Art/Style/Travel Diaries

León Gallery breaks record for most expensive Philippine coin sold

‘Barilla’ coins are coveted for their rarity—and this one went for P1.4 million

Lot 115, A 1732 Philippine Barilla A Philippine Barilla, with the words “BARRILLA ano de 1732” inscribed on the obverse and the stamp of the complete middle of the coin bearing the complete coat of arms of Manila. Consistent with the 1728 issuance of the Barilla. The coin is uniface with a weight of 21.75 grams and a diameter of 24.40mm and a thickness of 4.80mm. The feel of the coin shows that it is made of heavy metal though a thorough XRF study must be done to determine the precise metal content of the coin.

León Gallery has made another record, this time not for fine art, but for a pocket-sized piece of Philippine history.

Just 118 lots into the first day of the León Exchange 29th Online Auction, the country’s leading auction house broke the record for the most expensive Philippine coin ever sold in the country: an 1899 barilla dating back to  the First Philippine Republic, when the country had just declared independence from Spain. The barilla commanded a striking sum of P1.4 million, nearly 29 times its modest starting price of P50,000. Less than five minutes into the bidding the coin was won in this stunning bid.

Lot 117, A Pair Of Philippines Barillas (1731 And 1740), Both rare auction pieces bear some deposits due to long storage. 
1. Barilla, 1731. With the BA Monogram on the obverse surrounded by ‘Manila 1731.’ The reverse displays the castle symbolizing the coat of arms of Manila. It is important to note as a validation of authenticity that this coin has a medal alignment. Weight: 10.52grams, Diameter:
19.75mm and Width: 3.85mm.
2. Barilla, 1740. With the “BA” monogram surrounded by ‘Ano De 1743’ in the obverse, that appears to have been double struck. The reverse has the coat arms of Manila with the castle at the top and the sealion on the bottom. It is important to note as a validation of authenticity that this coin has a coin alignment. Weight: 9.38grams, Diameter: 20.61mm and Width: 3.31mm.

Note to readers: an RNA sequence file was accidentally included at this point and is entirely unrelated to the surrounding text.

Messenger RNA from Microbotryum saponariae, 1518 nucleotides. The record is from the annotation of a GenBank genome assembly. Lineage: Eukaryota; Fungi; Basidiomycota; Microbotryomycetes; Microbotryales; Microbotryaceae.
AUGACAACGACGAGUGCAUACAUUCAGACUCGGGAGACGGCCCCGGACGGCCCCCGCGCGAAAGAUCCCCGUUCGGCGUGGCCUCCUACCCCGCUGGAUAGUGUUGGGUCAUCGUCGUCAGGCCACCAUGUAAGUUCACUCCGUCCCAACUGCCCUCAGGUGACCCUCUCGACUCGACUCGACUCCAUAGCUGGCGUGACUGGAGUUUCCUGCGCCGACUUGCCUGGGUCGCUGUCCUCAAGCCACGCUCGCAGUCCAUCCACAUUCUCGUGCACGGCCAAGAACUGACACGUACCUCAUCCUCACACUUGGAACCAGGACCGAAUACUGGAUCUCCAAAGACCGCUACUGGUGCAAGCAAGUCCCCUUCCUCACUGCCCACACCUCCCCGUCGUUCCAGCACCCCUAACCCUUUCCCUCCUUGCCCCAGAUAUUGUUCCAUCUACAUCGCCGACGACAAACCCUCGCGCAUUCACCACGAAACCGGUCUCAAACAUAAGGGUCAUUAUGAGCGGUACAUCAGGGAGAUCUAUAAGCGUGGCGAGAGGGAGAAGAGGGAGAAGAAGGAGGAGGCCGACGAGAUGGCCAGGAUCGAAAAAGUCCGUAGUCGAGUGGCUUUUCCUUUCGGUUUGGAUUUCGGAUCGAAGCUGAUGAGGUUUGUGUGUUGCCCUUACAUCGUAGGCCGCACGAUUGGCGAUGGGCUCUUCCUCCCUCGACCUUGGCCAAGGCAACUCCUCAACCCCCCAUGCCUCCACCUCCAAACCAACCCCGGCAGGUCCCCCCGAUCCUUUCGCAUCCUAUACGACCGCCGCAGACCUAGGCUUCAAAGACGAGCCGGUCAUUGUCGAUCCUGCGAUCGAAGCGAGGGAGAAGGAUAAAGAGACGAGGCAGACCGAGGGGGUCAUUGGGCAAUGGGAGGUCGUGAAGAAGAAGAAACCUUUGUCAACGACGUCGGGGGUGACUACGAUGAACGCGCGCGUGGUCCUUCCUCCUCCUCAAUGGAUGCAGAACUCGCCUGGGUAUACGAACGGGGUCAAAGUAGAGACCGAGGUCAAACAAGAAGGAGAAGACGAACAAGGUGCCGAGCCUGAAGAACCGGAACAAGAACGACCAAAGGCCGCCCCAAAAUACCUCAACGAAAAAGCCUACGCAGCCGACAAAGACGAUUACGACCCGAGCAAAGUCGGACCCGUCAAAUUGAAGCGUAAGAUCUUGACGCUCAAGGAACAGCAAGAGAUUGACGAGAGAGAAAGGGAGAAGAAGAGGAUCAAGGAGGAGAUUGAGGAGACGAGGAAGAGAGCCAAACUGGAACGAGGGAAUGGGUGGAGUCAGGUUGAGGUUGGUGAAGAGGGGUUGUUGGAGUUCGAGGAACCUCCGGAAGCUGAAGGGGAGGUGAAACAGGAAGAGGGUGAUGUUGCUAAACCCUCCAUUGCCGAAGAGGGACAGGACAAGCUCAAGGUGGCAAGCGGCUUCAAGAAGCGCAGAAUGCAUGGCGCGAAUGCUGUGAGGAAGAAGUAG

In an interview with León Gallery, antique and history buff and investment banker Sandy Lichauco says that among the four lots of barillas offered in the auction, the now-record holder was the one he knew “would be the best performer, given its historical value.”

Lichauco explains: “The other barrillas came at a time when there was a need for loose change in a growing economy in Manila. But this token or this particular barilla was suspected to have been used specifically for a particular area at a very important time in our history: at the time when General Lawton won the battle of Laguna de Bay and the need for small change had to be addressed.”

He continues: “I say ‘suspected,’ because the only source of information for it is the account of Dra. Angelita Legarda (the noted numismatist and collector), who had specifically written about the coin and its ‘suspected use’ in a monograph of the Bangko Sentral ng Pilipinas back in 1978, at the same time she had received this specific coin from a collector. So again, the historical value and strength of the provenance of the coin is the reason why it ‘outperformed’ the other coins in the auction.”

Lichauco adds that he “was pleasantly surprised and very happy” upon hearing the news of this record-breaking success. “For a while, I was doubting whether any buyers would come in given that the coins, all five barrillas, were not certified by a third-party grader (TPG). But the results proved otherwise, and showed the strength of the history behind the coins and the strength of the provenance of these coins,” he says.